When it is desired to administer the compound as a suppository, the usual bases may be used. Cocoa butter is a traditional suppository base, which may be modified by addition of waxes to raise its melting point slightly. Water-miscible suppository bases comprising, particularly, polyethylene glycols of various molecular weights are in wide use, also.
Transdermal patches have become popular recently. Typically they comprise a resinous composition in which the drugs will dissolve, or partially dissolve, which is held in contact with the skin by a film which protects the composition. Many patents have appeared in the field recently. Other, more complicated patch compositions are also in use, particularly those having a membrane pierced with innumerable pores through which the drugs are pumped by osmotic action.
The following table provides an illustrative list of formulations suitable for use with the compounds employed in the present invention. The following is provided only to illustrate the invention and should not be interpreted as limiting the present invention in any way.
Hard gelatin capsules are prepared using the following ingredients:
The above ingredients are mixed and filled into hard gelatin capsules in 460 mg quantities.
A tablet is prepared using the ingredients below:
Silicon dioxide, fumed
The components are blended and compressed to form tablets each weighing 665 mg.
An aerosol solution is prepared containing the following components:
The active compound is mixed with ethanol and the mixture added to a portion of the Propellant 22, cooled to −30° C. and transferred to a filling device. The required amount is then fed to a stainless steel container and diluted with the remainder of the propellant. The valve units are then fitted to the container.
Tablets each containing 60 mg of active ingredient are made as follows:
Sodium carboxymethyl starch
The active ingredient, starch, and cellulose are passed through a No. 45 mesh U.S. sieve and mixed thoroughly. The solution of polyvinylpyrrolidone is mixed with the resultant powders which are then passed through a No. 14 mesh U.S. sieve. The granules so produced are dried at 50° C. and passed through a No. 18 mesh U.S. sieve. The sodium carboxymethyl starch, magnesium stearate, and talc, previously passed through a No. 60 mesh U.S. sieve, are then added to the granules which, after mixing, are compressed on a tablet machine to yield tablets each weighing 150 mg.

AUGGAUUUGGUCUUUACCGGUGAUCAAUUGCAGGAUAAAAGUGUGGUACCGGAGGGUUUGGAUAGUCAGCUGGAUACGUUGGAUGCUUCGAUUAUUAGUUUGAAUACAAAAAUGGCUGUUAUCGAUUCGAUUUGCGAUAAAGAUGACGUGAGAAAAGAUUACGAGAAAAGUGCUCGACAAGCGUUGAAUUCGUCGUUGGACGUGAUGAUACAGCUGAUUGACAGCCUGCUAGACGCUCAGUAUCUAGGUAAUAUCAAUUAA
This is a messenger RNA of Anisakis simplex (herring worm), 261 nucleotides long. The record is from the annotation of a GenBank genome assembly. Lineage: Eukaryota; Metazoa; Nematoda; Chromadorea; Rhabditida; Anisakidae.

Capsules each containing 80 mg medicament are made as follows:
The active ingredient. cellulose, starch, and magnesium stearate are blended, passed through a No. 45 sieve, and filled into hard gelatin capsules in 200 mg quantities.
Suppositories each containing 225 mg
of active ingredient may be made as follows:
Saturated fatty acid glycerides
The active ingredient is passed through a No. 60 mesh U.S. sieve and suspended in the saturated fatty acid glycerides previously melted using the minimum heat necessary. The mixture is then poured into a suppository mold of nominal 2 g capacity and allowed to cool.
Suspensions each containing 50 mg
of medicament per 5 ml dose are made as follows:
Sodium carboxymethyl cellulose
Benzoic acid solution
Purified water to total
The medicament is passed through a No. 45 mesh U.S. sieve and mixed with the sodium carboxymethyl cellulose and syrup to form a smooth paste. The benzoic acid solution, flavor and color are diluted with some of the water and added, with stirring. Sufficient water is then added to produce the required volume.